9. This should be interesting. I enjoy watching YouTube videos of people's stashes and came to the conclusion most plastic builders are insane! some have more inventory than some model shops! cheers Slog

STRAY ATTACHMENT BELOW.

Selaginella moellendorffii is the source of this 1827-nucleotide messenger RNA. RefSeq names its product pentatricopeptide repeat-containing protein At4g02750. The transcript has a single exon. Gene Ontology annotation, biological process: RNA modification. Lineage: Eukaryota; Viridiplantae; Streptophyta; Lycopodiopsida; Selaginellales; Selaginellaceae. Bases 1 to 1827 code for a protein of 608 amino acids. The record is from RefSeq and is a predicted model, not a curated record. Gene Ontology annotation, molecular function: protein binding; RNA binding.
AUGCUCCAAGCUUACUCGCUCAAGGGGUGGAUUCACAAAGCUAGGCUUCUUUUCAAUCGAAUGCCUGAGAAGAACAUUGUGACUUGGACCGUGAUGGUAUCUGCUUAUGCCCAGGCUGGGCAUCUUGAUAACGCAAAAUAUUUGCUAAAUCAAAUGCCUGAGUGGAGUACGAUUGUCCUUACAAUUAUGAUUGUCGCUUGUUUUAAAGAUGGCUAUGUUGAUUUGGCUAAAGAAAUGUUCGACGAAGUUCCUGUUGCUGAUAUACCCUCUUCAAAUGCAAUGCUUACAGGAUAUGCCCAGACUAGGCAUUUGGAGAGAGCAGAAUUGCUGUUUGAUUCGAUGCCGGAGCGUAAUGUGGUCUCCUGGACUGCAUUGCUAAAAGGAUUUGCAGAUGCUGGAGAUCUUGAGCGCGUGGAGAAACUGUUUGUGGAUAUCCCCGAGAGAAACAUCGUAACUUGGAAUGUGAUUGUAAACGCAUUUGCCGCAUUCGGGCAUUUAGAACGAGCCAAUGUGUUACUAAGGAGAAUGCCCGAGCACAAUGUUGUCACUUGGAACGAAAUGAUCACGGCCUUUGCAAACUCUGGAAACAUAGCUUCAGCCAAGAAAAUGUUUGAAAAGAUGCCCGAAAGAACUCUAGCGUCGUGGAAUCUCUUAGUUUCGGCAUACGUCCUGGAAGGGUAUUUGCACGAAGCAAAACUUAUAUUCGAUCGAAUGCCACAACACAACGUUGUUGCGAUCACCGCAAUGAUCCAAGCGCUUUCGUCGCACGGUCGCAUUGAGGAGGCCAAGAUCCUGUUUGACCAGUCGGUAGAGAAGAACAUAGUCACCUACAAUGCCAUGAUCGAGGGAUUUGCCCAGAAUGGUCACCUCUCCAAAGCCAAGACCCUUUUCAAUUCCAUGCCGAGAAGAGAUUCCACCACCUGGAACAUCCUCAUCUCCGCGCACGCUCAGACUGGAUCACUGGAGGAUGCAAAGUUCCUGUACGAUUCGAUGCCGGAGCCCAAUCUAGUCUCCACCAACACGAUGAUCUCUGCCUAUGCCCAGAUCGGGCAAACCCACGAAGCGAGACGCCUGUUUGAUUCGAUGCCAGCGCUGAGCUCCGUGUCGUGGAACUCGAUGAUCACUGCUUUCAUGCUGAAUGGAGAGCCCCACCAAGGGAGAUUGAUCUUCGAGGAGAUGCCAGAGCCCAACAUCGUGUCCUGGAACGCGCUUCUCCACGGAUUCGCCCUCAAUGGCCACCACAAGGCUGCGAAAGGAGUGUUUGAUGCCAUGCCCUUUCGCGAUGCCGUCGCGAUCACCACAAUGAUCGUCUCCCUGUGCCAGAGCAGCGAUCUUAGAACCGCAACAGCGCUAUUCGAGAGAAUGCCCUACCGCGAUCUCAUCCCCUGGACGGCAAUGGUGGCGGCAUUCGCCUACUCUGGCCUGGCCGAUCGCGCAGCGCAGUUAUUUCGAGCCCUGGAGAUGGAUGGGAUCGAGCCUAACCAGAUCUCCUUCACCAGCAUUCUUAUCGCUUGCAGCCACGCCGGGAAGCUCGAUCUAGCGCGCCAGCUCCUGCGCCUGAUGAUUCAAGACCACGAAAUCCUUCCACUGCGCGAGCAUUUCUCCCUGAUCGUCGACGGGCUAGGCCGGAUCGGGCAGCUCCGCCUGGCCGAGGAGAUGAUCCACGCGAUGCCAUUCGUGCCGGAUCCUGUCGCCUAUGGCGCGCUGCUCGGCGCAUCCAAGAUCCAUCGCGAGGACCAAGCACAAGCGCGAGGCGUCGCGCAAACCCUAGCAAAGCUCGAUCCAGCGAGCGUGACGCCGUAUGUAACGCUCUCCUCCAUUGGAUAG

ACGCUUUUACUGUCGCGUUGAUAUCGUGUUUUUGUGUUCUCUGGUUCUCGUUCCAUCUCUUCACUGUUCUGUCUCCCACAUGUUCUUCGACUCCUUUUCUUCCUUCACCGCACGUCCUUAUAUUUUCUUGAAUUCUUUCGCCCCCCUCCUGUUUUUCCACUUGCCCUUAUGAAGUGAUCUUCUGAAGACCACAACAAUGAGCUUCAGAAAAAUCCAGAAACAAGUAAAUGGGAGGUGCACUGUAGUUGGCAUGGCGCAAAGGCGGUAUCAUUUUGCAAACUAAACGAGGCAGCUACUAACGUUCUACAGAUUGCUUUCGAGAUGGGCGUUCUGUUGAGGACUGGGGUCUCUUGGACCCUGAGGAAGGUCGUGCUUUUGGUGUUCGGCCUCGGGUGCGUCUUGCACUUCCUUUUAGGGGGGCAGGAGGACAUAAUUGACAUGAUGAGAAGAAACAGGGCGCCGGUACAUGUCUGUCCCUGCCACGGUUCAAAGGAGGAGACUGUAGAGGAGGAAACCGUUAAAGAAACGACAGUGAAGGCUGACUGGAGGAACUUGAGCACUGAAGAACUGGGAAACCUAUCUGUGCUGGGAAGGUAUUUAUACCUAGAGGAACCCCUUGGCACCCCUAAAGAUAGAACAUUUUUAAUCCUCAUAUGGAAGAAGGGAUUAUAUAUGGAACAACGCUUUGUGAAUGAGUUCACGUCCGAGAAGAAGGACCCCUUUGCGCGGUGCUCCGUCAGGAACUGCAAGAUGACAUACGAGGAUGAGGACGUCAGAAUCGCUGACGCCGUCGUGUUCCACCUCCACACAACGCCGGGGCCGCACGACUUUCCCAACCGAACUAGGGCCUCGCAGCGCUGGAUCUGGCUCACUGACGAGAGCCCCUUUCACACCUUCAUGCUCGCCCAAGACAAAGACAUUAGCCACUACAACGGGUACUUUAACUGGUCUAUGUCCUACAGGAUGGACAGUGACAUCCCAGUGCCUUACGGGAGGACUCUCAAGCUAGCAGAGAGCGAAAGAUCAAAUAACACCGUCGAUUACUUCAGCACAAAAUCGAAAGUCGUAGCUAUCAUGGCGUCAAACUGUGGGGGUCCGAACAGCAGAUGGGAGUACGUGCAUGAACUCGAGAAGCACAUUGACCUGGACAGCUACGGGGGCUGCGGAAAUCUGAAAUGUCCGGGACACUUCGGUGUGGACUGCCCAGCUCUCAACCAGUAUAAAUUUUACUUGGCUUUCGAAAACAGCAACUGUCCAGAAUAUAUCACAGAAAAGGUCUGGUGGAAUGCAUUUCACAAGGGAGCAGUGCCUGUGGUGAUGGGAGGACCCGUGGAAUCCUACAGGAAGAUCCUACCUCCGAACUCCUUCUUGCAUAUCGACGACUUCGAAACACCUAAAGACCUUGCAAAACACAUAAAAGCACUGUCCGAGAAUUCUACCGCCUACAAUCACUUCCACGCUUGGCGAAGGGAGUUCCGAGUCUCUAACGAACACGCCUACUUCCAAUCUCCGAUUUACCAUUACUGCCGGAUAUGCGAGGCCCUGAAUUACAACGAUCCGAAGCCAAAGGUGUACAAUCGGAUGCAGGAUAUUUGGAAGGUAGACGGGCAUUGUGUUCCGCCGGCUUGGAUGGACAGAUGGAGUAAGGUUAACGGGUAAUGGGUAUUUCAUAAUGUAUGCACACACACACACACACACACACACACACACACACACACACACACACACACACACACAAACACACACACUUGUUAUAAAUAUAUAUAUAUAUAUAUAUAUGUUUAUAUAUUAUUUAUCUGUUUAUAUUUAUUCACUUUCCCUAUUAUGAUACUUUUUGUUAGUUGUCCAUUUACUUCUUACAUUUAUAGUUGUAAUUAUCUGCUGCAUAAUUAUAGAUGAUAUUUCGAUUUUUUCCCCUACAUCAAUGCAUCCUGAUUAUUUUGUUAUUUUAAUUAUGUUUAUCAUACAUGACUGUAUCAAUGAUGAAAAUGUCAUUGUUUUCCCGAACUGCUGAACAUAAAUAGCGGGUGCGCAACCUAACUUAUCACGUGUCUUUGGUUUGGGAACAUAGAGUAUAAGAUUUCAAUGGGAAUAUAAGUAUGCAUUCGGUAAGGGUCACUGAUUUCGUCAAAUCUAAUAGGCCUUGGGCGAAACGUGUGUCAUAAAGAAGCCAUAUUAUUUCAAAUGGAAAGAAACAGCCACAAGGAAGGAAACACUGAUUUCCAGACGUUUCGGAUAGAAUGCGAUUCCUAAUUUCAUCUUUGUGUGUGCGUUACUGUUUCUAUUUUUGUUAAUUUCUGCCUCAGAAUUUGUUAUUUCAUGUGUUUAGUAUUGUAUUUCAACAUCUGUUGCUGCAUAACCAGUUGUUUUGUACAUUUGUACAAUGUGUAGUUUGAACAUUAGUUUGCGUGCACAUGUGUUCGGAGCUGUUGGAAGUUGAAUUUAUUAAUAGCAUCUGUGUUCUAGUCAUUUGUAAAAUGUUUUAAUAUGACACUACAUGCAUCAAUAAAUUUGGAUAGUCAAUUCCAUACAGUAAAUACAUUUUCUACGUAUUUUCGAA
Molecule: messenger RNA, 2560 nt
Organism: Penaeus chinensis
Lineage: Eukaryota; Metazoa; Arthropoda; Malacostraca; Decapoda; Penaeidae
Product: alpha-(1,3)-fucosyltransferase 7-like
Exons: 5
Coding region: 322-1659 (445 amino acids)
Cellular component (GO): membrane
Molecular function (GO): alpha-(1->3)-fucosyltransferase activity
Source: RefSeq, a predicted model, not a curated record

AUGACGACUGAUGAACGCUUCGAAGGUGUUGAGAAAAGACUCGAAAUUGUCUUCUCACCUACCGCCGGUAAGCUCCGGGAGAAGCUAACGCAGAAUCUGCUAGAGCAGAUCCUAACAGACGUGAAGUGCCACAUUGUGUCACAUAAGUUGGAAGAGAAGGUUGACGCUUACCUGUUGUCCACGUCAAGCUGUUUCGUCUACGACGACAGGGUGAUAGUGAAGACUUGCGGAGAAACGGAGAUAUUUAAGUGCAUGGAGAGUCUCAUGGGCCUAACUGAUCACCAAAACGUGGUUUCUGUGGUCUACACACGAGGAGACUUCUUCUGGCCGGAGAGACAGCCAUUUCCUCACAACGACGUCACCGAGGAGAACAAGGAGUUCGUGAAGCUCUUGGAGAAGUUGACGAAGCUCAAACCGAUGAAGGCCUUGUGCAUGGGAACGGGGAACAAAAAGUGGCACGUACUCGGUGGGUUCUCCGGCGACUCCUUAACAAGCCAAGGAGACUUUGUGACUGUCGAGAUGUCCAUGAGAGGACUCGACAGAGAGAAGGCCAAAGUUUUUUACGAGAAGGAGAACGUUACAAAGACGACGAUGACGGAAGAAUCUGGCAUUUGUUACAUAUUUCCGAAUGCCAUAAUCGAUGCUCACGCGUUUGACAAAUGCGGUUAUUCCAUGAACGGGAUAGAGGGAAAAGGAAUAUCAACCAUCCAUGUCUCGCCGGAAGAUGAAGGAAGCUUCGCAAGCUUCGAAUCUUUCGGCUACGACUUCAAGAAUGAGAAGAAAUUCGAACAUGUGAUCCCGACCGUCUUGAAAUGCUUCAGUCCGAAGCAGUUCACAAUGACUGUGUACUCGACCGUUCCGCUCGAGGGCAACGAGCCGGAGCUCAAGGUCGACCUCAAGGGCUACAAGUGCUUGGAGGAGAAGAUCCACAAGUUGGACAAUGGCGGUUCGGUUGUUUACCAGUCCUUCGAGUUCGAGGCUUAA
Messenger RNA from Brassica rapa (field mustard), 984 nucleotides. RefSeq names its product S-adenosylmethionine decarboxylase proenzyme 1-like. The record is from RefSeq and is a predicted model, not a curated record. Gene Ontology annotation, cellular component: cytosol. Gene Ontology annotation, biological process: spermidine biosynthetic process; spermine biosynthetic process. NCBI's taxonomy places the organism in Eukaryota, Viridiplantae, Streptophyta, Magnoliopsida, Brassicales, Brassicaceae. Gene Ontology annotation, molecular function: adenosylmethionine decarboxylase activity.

10. Hi Eddie, thanks for the comment. Yeah, all paper and card. The coloured parts are the kit book supplied bristol paper and the laser cut forms (1mm thick if I remember) are optional extras. If you don't use the laser cut stuff you would need to supply the relevant thickness of card and glue the templates onto for cutting to shape. Some of the provided parts also need to be laminated on to card to bring to the correct thickness. Food packaging from the kitchen usually supplies that. Brass rod is needed for the axles and a few details and you would need some clear plastic for the 'glass' Cheers Slog